14. Hippi Care Hospital: Towards Proactive Business Processes in Emergency Room Services. Teaching Case

    ERIC Educational Resources Information Center

    Tan, Kar Way; Shankararaman, Venky

    2014-01-01

    It was 2:35 am on a Saturday morning. Wiki Lim, process specialist from the Process Innovation Centre (PIC) of Hippi Care Hospital (HCH), desperately doodling on her notepad for ideas to improve service delivery at HCH's Emergency Department (ED). HCH has committed to the public that its ED would meet the service quality criterion of serving 90%…

  15. 26 CFR 1.513-6 - Certain hospital services not unrelated trade or business.

    Code of Federal Regulations, 2010 CFR

    2010-04-01

    ... 26 Internal Revenue 7 2010-04-01 2010-04-01 true Certain hospital services not unrelated trade or business. 1.513-6 Section 1.513-6 Internal Revenue INTERNAL REVENUE SERVICE, DEPARTMENT OF THE TREASURY (CONTINUED) INCOME TAX (CONTINUED) INCOME TAXES (CONTINUED) Taxation of Business Income of Certain...

  16. Risk Factors for Psychiatric Hospital Admission for Participants in California's Full-Service Partnership Program.

    PubMed

    Penkunas, Michael J; Hahn-Smith, Stephen

    2016-08-01

    This study investigated the demographic and clinical predictors of psychiatric hospitalization during the first 2 years of treatment for adults participating in the full-service partnership (FSP) program, based on Assertive Community Treatment, in a large county in northern California. Clinical and demographic characteristics, data on prior hospitalizations, length of enrollment, and living situation for 328 FSP participants were collected from the county's internal billing system and the California Department of Health Care Services. In univariate models, the probability of hospitalization varied by diagnosis, age, and hospitalization history. In the multivariate model, younger age and frequent hospitalization prior to enrollment predicted hospitalization during enrollment. Findings support prior research on hospital recidivism and may be beneficial in refining future strategies for meeting the needs of adults with serious mental illness.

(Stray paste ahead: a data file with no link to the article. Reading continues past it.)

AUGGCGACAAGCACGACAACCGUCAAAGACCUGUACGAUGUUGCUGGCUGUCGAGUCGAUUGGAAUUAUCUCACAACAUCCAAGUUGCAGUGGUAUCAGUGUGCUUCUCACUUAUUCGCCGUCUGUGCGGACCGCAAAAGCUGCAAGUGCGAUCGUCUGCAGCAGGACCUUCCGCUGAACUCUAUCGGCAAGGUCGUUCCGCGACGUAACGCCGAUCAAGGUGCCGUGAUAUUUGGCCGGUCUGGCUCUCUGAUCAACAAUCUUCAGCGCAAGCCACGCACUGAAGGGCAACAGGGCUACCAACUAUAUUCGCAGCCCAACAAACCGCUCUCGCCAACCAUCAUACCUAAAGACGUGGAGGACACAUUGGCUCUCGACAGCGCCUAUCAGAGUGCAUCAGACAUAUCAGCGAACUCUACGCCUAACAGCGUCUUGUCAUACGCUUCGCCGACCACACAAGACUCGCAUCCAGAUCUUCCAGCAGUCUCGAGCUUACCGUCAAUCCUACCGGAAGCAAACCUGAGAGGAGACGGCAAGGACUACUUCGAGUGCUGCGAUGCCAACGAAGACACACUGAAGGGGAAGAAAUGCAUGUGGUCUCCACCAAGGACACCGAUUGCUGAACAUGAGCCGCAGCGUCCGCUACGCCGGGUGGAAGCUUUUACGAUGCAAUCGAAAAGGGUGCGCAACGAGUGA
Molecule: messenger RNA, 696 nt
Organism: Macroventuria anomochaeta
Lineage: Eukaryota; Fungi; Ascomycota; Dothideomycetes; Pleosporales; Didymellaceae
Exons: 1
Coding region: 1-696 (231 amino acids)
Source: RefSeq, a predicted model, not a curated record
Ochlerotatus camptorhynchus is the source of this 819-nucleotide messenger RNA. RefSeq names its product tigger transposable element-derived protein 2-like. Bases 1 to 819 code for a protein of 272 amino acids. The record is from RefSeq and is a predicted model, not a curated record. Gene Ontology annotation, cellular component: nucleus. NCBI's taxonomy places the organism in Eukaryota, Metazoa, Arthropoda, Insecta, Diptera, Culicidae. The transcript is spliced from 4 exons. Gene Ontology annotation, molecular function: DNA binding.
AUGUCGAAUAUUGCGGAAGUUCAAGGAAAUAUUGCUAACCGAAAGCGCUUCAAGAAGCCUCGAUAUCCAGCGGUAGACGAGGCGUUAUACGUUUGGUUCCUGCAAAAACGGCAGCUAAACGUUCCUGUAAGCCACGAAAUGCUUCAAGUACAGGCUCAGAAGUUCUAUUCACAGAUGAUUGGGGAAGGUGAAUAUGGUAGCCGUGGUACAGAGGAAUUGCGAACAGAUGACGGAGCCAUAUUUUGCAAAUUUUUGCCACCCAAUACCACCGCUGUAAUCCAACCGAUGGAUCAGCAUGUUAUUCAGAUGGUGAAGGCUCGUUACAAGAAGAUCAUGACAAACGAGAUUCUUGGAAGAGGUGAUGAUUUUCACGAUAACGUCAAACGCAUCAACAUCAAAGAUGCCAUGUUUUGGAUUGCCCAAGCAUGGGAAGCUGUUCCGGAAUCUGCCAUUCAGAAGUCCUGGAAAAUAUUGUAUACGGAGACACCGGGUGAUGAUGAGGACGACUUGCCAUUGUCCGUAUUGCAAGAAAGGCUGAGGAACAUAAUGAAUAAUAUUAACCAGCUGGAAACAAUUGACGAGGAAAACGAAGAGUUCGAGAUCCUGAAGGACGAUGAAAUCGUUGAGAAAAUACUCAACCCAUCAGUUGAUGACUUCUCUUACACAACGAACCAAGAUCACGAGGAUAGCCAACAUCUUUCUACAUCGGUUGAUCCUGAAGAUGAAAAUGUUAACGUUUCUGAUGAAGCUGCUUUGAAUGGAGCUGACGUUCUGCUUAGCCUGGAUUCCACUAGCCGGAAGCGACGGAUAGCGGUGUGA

17. Nurse Staffing and Hospital Characteristics Predictive of Time to Diagnostic Evaluation for Patients in the Emergency Department.

    PubMed

    Shindul-Rothschild, Judith; Read, Catherine Y; Stamp, Kelly D; Flanagan, Jane

    2016-10-20

    In the 2014 Emergency Department Benchmarking Alliance Summit, for the first time, participants recommended tracking nursing and advanced practice nurse hours. Performance data from the Centers for Medicare and Medicaid Services provides an opportunity to analyze factors associated with delays in emergency care. The purpose of this study was to investigate hospital characteristics associated with time to a diagnostic evaluation in 67 Massachusetts emergency departments from 2013 to 2014.

  18. 77 FR 69848 - Medicare Program; Inpatient Hospital Deductible and Hospital and Extended Care Services...

    Federal Register 2010, 2011, 2012, 2013, 2014

    2012-11-21

    ... 21st through 100th day of extended care services in a skilled nursing facility in a benefit period... the 21st through 100th day of extended care services in a skilled nursing facility in a benefit period... Hospital Deductible and Hospital and Extended Care Services Coinsurance Amounts for CY 2013 AGENCY:...

  19. 78 FR 64953 - Medicare Program; Inpatient Hospital Deductible and Hospital and Extended Care Services...

    Federal Register 2010, 2011, 2012, 2013, 2014

    2013-10-30